A series of videos highlighting the potential fire risks to aircraft posed by the improper carriage of lithium batteries, have just been made available for the aviation industry. The videos, produced by the UK Civil Aviation Authority (CAA) in association with the Federal Aviation Administration (FAA) of the United States, target key airline and airport staff, such as cargo handlers, check-in staff and cabin crew.
Freely available online
the videos are intended to be used to supplement existing dangerous goods training programmes, to ensure aviation workers understand how the unique risks associated with lithium batteries impact on their frontline jobs. The videos highlight different scenarios by recreating real-life situations. The correct procedures for dealing with those situations are demonstrated in detail.
Lithium batteries power most personal electronic devices passengers routinely fly with, either carried in hand luggage or packed in hold bags. Although lithium batteries are very safe, their high energy levels mean they can pose a fire risk if damaged. As a result they must be treated with care and stowed appropriately during flight. Lithium batteries are known to have been the cause of a number of fires onboard aircraft and during ground handling. Additionally, poor quality or counterfeit batteries, which are known to be in wide circulation, pose an additional safety risk.
In 2010 a passenger seat caught fire on board an Air France Boeing B777 over the Atlantic. The fire was successfully extinguished and there were no injuries to passengers or crew. Subsequent investigation found a passenger’s spare lithium battery had fallen down the side of the seat which was then crushed as the seat was reclined, causing the battery to ignite.
Mark Swan, Head of the CAA’s Safety and Airspace Regulation Group, said:
“We know that incorrectly packaged or counterfeit lithium batteries are a potential fire risk. The CAA and FAA have, therefore, launched this industry awareness campaign to help manage that risk. We would like airline passengers themselves to reduce risks by only taking on board lithium batteries that have been purchased from legitimate outlets and carry any spare batteries in hand baggage packed in individual plastic bags or containers; not in items checked in as hold baggage.”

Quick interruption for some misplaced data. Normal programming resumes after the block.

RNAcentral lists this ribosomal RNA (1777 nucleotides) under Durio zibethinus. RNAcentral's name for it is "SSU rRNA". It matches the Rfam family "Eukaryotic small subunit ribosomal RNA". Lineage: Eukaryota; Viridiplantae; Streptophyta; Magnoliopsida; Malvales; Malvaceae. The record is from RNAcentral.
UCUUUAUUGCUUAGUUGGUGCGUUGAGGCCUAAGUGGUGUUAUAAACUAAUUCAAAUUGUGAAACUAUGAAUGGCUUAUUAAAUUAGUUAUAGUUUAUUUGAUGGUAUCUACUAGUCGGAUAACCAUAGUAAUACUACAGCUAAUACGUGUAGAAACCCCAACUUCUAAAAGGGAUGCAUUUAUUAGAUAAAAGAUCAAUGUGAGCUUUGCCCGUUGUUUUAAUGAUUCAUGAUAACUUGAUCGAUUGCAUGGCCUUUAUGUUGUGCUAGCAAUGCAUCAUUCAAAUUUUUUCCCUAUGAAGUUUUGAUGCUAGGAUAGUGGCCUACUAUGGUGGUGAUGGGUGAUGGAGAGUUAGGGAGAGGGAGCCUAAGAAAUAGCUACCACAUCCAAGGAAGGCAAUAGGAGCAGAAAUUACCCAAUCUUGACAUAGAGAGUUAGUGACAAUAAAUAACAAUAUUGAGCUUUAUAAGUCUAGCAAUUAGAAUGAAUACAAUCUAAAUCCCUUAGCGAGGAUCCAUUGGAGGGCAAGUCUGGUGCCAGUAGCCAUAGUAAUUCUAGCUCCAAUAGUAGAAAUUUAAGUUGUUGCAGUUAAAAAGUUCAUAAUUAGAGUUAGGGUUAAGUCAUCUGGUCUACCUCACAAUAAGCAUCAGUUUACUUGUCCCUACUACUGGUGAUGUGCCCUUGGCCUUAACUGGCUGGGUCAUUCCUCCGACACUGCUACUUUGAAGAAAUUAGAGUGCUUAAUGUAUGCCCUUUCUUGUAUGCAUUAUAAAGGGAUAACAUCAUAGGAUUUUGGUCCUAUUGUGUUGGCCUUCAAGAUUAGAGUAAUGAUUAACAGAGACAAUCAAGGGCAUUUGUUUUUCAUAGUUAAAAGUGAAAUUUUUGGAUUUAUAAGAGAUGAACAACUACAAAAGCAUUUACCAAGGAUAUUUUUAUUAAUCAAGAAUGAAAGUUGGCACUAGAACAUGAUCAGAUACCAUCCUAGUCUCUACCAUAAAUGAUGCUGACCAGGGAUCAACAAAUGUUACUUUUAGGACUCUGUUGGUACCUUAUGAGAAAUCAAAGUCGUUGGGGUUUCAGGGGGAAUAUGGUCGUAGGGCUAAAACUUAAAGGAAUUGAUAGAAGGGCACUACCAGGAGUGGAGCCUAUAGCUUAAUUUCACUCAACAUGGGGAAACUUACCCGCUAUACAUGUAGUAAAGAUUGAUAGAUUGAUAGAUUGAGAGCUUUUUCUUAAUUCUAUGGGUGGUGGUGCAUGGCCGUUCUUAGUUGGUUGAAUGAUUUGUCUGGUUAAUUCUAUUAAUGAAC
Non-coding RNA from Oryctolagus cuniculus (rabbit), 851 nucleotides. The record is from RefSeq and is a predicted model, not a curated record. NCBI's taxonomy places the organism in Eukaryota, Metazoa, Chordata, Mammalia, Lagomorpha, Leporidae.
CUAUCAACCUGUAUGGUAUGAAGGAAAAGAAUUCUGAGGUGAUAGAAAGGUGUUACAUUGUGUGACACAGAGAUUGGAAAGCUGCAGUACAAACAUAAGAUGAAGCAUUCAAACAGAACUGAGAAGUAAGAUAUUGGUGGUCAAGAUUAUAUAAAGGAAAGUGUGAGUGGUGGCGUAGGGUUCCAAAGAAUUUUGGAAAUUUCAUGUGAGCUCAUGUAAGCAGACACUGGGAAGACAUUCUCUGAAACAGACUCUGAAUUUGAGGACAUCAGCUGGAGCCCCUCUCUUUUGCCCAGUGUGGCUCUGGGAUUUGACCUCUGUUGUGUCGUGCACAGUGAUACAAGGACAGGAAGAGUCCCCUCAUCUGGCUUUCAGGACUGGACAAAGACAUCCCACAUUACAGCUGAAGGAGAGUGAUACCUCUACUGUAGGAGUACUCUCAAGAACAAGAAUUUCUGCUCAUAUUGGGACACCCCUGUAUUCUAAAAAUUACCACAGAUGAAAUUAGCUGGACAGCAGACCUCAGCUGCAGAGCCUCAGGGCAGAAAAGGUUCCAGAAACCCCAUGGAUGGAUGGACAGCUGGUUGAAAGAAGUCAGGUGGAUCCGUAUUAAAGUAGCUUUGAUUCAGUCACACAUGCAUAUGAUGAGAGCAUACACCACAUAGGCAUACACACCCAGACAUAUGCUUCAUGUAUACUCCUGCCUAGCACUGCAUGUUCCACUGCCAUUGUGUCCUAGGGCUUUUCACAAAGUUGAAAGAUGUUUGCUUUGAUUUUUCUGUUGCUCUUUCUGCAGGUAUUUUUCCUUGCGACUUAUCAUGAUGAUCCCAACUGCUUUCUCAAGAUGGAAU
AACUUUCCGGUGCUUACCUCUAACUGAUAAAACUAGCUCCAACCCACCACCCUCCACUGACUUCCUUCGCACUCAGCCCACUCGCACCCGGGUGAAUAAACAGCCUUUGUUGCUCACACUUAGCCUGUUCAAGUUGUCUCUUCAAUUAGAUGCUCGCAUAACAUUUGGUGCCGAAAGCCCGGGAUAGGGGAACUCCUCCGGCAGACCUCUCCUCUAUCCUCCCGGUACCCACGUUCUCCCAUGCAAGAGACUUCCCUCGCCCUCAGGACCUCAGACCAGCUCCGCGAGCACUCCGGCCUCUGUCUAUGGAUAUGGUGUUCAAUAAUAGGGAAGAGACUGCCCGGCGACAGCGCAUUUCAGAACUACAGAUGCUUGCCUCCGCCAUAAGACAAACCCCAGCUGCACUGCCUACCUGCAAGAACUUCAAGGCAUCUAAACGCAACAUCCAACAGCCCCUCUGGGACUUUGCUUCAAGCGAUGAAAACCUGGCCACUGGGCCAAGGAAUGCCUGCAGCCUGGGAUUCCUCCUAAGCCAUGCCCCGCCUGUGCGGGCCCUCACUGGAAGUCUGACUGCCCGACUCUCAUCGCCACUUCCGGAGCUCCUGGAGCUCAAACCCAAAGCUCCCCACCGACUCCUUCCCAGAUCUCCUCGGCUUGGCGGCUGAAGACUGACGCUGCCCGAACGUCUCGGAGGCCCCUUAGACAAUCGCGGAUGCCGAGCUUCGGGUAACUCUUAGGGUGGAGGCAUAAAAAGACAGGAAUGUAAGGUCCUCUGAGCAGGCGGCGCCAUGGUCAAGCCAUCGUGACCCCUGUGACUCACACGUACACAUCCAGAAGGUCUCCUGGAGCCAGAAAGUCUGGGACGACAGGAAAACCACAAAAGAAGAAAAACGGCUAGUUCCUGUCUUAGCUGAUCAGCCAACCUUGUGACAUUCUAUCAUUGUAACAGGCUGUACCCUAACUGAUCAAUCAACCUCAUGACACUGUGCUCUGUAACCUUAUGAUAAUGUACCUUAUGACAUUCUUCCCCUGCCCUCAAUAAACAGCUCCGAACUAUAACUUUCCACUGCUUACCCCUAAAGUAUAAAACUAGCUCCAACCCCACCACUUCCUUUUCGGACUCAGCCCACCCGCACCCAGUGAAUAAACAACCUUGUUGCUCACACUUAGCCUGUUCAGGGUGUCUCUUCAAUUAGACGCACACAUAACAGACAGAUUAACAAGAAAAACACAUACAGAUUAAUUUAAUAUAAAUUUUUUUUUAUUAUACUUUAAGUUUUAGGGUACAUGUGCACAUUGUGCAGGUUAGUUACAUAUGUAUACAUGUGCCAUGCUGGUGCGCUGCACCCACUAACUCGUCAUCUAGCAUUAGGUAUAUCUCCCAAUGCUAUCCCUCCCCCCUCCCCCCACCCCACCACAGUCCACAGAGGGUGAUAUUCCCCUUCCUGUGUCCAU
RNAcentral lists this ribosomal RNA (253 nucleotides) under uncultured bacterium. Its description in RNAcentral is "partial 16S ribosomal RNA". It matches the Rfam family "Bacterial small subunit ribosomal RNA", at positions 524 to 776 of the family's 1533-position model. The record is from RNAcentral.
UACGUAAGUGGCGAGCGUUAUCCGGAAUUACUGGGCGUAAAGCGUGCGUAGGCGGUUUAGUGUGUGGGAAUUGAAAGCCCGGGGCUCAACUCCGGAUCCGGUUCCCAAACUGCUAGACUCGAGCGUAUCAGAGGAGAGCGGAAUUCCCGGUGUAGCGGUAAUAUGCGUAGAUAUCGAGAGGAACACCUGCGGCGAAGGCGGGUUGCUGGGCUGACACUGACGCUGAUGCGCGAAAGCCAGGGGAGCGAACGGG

There are two types of lithium battery. Lithium-ion, which are rechargeable and used in laptops, tablets and smart phones, and the non-rechargeable lithium-metal batteries, found in items such as watches. Both types pose a fire risk if not appropriately handled.
The videos are available on the CAA’s YouTube channel www.youtube.com/ukcaa
The CAA and FAA have a long history of safety collaboration, the most recent fire safety initiative was to tackle the risks of on-board fires occurring due to faulty electrical wiring. A video
aimed at aircraft maintenance engineers drew attention to the damage that can be caused to wiring during routine maintenance. Both regulators will continue to engage in similar projects in the future, more information on collaborative fire safety research can be found at www.fire.tc.faa.gov
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For further media information contact the CAA Press Office on: 00 44 (0)207 453 6030. email@example.com Notes to Editors:
The CAA is the UK's specialist aviation regulator. It ensures the aviation industry meets the highest safety standards; protects consumers by making sure they have choice and value and are treated fairly; drives improvements in airlines and airports’ environmental performance and ensures industry manages security risks effectively.